During the Field School, students will also be able to visit other protected areas of Costa Rica: from  the Absolute Natural Reserve of Cabo Blanco , an untouched strip of coast and forest on the Pacific Ocean, to  the Palo Verde National Park , with wetlands and the mouth of a of the main rivers of the country, to the Volcán Tenorio National Park and the Miravalles National Park , characterized by the suggestive misty forest, which reaches almost 2000 meters of altitude and in which live, among others, the jaguar and Baird’s tapir, up to the National Park Cahuita , located along the Caribbean coast and created to protect the country’s main barrier reef.

Participants will get to know the local staff of parks and protected areas, discovering further research activities conducted in habitats representative of a small part of the natural wealth of what is considered the country with the highest density of biodiversity in the world.

“We are very proud –  says Prof.  Annalisa Ferretti , President of the Interclass Council in Natural Sciences and in Science Education and Communication- that the students have once again and so enthusiastically accepted our challenge to operate directly on the ground, even within a protected area that has already provided valuable information to the scientific community. The Field School, the result of collaboration between degree courses of the Department of Chemical and Geological Sciences and the Department of Life Sciences, in synergy with the Foreste per Semper association, will put our students in close contact with tropical biodiversity, the dynamics of the current climate system and the effects of its change. Participants will keep a sort of “logbook” of their activities on the Degree Course’s Facebook/Instagram S4EDU page. Some of them will translate this experience into thesis projects,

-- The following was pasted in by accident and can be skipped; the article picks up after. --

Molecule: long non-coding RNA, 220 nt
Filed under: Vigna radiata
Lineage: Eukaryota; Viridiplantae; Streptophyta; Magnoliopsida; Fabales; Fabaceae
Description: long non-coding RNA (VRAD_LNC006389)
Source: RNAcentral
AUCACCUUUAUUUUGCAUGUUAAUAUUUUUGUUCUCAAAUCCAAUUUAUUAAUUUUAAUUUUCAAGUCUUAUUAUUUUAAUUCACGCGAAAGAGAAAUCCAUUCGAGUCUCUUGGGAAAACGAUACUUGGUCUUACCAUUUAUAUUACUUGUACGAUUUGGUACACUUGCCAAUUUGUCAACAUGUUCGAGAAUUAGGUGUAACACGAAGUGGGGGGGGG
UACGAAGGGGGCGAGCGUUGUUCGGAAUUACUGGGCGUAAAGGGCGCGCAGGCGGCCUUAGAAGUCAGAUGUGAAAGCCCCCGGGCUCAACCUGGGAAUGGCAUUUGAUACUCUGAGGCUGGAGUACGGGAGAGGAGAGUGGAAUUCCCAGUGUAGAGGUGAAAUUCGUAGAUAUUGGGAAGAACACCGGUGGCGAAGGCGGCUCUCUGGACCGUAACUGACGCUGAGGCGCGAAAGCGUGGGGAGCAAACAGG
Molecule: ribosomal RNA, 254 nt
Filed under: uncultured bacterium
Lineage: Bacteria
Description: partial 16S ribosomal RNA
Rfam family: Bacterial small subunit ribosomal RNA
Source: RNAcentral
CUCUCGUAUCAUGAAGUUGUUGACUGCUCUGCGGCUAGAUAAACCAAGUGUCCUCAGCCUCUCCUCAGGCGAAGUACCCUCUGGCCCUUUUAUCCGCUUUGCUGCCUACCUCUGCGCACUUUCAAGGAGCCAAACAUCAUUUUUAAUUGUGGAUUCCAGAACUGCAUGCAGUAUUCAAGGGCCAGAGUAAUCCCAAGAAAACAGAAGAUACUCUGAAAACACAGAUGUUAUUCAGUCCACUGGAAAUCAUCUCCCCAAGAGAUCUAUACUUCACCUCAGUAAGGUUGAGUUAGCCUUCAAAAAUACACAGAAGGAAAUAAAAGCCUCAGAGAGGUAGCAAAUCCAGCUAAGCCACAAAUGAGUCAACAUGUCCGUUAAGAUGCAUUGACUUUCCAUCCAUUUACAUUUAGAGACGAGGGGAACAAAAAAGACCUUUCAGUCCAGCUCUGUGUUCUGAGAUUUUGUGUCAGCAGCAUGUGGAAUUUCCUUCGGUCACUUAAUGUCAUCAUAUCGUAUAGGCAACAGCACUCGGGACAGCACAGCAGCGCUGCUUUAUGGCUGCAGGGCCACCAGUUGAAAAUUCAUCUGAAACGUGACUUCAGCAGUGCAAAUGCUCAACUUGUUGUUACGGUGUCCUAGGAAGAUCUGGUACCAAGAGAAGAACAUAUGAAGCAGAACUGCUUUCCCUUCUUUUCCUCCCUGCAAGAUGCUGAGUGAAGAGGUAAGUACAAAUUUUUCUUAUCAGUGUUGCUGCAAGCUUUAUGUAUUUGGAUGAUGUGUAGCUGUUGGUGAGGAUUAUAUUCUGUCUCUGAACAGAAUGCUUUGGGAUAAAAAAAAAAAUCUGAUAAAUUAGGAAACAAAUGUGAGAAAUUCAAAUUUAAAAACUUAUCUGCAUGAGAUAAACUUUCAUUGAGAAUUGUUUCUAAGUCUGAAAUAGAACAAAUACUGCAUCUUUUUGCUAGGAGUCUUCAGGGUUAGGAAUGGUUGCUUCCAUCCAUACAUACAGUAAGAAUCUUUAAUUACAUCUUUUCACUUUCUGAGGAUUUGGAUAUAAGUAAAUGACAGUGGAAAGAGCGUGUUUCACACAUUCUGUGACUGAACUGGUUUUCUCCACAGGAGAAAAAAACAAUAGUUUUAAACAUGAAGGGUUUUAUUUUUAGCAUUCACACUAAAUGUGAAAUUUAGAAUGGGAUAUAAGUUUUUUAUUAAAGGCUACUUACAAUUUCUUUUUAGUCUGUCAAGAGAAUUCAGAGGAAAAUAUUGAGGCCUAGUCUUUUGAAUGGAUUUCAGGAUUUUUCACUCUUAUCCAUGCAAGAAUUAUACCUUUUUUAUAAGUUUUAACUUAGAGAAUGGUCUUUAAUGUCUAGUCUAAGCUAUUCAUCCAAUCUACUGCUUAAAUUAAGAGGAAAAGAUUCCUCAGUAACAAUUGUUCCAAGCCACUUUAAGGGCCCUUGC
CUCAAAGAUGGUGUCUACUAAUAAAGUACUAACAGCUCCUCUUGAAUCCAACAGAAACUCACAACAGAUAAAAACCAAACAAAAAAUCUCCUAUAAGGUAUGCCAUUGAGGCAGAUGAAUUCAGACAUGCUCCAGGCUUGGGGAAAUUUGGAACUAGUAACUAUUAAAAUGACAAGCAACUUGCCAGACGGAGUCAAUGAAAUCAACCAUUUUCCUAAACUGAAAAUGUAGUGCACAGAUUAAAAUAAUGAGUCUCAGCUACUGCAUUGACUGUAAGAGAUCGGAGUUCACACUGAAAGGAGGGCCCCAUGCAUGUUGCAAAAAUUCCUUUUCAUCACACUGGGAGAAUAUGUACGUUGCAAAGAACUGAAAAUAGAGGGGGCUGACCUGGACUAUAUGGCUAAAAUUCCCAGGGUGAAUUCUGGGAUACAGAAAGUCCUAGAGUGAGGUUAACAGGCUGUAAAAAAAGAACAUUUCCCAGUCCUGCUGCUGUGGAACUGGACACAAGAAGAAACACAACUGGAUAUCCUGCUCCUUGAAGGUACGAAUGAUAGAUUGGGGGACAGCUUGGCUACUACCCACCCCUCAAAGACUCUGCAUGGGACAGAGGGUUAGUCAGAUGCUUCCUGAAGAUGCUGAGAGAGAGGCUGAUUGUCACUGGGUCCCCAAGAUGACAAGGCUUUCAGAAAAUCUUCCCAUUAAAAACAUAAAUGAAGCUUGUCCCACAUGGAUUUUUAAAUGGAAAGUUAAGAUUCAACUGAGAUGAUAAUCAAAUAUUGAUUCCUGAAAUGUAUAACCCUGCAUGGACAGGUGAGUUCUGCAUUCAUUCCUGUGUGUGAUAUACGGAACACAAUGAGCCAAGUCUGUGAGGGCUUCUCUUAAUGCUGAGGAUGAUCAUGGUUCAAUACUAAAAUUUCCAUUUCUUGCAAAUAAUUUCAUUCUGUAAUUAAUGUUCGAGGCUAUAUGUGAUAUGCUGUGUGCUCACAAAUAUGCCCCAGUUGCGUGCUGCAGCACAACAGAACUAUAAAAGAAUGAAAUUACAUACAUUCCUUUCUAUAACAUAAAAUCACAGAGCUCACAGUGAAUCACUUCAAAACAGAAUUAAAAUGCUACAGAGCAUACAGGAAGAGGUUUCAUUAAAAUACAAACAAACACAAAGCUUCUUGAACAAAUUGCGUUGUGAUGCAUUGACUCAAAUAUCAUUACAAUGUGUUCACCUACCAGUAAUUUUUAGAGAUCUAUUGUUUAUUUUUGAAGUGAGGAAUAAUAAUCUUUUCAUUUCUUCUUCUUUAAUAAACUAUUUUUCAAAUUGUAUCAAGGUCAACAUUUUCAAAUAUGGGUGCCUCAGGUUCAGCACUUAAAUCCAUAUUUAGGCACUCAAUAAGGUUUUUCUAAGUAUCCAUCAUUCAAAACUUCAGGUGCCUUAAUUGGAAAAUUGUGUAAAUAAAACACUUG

“It is an opportunity of extraordinary interest for our students, a reality that arises from the initiative and experience of the University – says Prof.  Annamaria Mercuri  , President of the Master’s Degree Course in Experimental and Applied Biology- and which confirms the teachers’ great sensitivity and competence in terms of flora and fauna biodiversity. In these times of rapid transformations of ecosystems and the need to mitigate the anthropic impact on the environment, the Field School, which arises from the cooperation between the departments that address these issues in their study courses, Chemical and Geological Sciences and Life Sciences, leads students to encounter an exceptional example of species diversity, relationships in a tropical environment and the close relationship between ecosystem dynamics and the response to ongoing climate change”.  

The Field School Costa Rica will represent an extraordinary opportunity for students of Biological Sciences – says prof. Vincenzo Zappavigna President of the Degree Course in Biological Sciences – to gain first-hand experience, in the field, in the sectors of environmental biology and biodiversity conservation. An opportunity for growth not only professionally, but also personally. In fact, according to the testimonies of those who have participated in the past years, it is a unique experience that will leave a lasting imprint on their personal and professional lives, whatever the field of biology in which the students will operate in their future career”.

The Field School in Costa Rica will be recognized as part of the university internship, on the basis of an active agreement between the Foreste per Semper OdV Association and Unimore.